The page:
Out of Nippon (Warhammer Japan) Khuresh (Warhammer Korea but with snake people) and Ind (Do I even need to say?) Cathay is the faction which I think will make the cut. While fairly little is known about them, we’ve seen CA work their magic on new Warhammer lore before, with content like the Vampire Coast. I think there’s no doubt they’ll take this opportunity to create a Chinese fantasy faction in Warhammer 3.
So far, the king of the skellies and one true Necromancer, Nagash, has been absent from proceedings. But as one of the most iconic characters in the setting, he will definitely find his way into the final game in some form. I originally thought he might be one of the four starting factions, but considering the amount of undead we’ve already had in both Warhammer 1 and 2, I think it’s pretty unlikely.
Instead I reckon Nagash will somehow be linked to the central campaign of Warhammer 3. We had The Great Vortex campaign threatening the return of Chaos, and I think a campaign threatening the return of Nagash would actually be pretty interesting. It could offer a campaign experience focused less around surviving endless Chaos incursions, and more around surviving endless undead incursions.
But that’s not to say I don’t think Chaos invasions will be a big part of Warhammer 3. Considering this is the last game, and Chaos will be at their best, I predict we will receive a campaign survival mode akin to the End-Times. I imagine it might feel a bit like playing the Western Roman Empire in Attila, endless waves of enemies slowly bleeding you into an attrition-based death.
But rather than some sloggish battles, it should make for dramatic story-worthy encounters. I remember the entire Chaos invasion once besieged my Dwarfs in Karak Ungor, and though I lost, Chaos really paid for it. Sometimes losing can be just as good as winning, especially if it makes for a dramatic final battle. I think a survival mode could really monopolize on the heroic last stands which are so common in Warhammer.
Bigger is Better
We’ve seen both our largest monster and artillery piece recently — but Queen Bess and the Dread Saurian are only a small taste of what is to come. The Ogre Kingdoms are effectively a race of monsters, so we’ll be seeing smaller units, but far bigger individual entities. Whether Stonehorns, Thundertusks, or even their Slave-Giants (which as direct descendents of the Sky-Titans should be pretty massive), the Ogre Kingdoms will be a hefty race.
On top of that we’ve got the Chaos Dwarfs’ massive artillery pieces which should put Queen Bess to shame in terms of both firepower and size. They also have pretty huge monsters, such as the Bale Taurus, or the K’Daii Destroyer (basically a metal Balrog). As well as the Bloodthirsters, Great Unclean Ones, and maybe even Verminlords for the Skaven, it’s gonna be a BIG game.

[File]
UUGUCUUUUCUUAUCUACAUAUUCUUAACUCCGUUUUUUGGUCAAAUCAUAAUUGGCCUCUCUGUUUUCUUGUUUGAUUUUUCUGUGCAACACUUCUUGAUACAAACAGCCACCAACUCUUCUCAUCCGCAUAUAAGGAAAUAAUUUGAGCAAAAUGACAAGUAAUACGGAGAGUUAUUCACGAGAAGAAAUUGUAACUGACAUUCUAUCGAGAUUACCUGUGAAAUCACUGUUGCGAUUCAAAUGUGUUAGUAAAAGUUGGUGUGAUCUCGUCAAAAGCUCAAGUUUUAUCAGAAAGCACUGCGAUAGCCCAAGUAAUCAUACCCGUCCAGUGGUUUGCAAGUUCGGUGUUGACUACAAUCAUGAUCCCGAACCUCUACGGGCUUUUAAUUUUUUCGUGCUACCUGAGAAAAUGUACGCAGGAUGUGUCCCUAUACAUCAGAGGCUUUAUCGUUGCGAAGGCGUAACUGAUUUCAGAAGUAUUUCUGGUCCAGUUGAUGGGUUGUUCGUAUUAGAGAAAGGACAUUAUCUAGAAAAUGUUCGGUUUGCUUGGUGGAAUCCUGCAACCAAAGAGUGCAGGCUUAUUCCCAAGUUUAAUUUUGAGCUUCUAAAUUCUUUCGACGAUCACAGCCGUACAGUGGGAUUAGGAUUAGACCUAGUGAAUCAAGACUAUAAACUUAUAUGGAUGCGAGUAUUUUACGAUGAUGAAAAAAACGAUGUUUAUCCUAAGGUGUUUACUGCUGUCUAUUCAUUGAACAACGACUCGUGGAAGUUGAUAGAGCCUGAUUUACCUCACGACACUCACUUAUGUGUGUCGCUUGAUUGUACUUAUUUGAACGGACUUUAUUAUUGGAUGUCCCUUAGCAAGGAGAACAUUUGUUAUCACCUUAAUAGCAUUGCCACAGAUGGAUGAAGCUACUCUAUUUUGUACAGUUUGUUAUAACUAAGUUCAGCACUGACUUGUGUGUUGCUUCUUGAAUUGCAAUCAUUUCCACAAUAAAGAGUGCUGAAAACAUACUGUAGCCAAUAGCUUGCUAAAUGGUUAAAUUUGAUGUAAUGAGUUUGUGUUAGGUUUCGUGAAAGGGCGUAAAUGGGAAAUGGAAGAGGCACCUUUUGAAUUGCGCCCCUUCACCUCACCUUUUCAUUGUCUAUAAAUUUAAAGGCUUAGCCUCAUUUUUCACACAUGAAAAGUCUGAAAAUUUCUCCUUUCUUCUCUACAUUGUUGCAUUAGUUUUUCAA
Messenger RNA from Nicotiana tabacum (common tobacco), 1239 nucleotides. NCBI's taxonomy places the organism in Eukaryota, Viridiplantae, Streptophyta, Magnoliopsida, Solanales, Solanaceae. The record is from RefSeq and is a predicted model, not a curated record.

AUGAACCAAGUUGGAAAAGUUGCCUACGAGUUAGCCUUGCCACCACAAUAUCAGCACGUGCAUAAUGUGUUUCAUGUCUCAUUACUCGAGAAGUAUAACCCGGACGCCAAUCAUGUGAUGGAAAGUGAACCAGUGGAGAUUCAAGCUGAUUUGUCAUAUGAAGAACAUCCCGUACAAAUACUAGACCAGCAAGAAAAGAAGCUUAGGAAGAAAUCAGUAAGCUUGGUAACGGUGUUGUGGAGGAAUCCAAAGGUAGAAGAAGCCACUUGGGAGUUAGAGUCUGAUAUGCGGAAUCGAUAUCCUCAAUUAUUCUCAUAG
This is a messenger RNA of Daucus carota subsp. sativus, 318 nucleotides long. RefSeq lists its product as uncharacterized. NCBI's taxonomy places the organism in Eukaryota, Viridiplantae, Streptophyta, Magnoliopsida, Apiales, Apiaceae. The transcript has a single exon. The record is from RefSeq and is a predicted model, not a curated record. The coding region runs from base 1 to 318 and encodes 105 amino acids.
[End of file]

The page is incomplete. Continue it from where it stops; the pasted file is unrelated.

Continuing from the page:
This is a specific one, but if you love tricksy, back-stabbin gobbos as much as I do, it might please you. In the Ogre Kingdoms there is a sub-species of mountain Goblin, with even less respect than those among the Greenskins. The Gnobblars should feature in the Ogre Kingdom’s roster as a chaff unit, but in a similar way to Greenskin Goblins, they will also operate some of the artillery, such as Gnobblar Scraplaunchers.
In the Eastern Steppes also lies the Hobgoblin Empire, another sub-species of Goblin, despised by their Greenskin cousins for their dealings with the Chaos Dwarfs. I think they would make a great race pack — a horde based wolf-riding Goblin faction, using Hunnic battle tactics, and actually a little more viable as cavalry (unlike most Goblin cavalry). Also as a side note, we’ll probably be seeing Black Orc slaves as part of the Chaos Dwarfs’ roster.
A Lot More Legendary Lords
Total War YouTuber, Indypride, pointed out that perhaps the reason development time has been twice as long for Total War: Warhammer 3, is because we’re getting twice as much. Usually the game would start off with four races, each with two Legendary Lords, for a total of eight. But if you consider that to work, Chaos must have its four sub-factions, each with an individual Legendary Lord, this added to the three other races, makes ten. If each of those Chaos sub-factions gets their two lords on launch, that’ll be fourteen altogether.
While I do think this is wishful thinking, I predict we will get ten lords on launch, with one for each of the Chaos sub-factions, because I see no other way of CA successfully realizing Chaos divided. Those second lords might come later, as we’ll probably be getting DLC for years after this trilogy is done. We know that CA has the power to flesh out lesser known races, which means even two games in, the potential for content is still huge.
We hope you've enjoyed these expert-level predictions on what will be coming in Warhammer 3. Let us know in the comments if you have any thoughts or predictions of your own!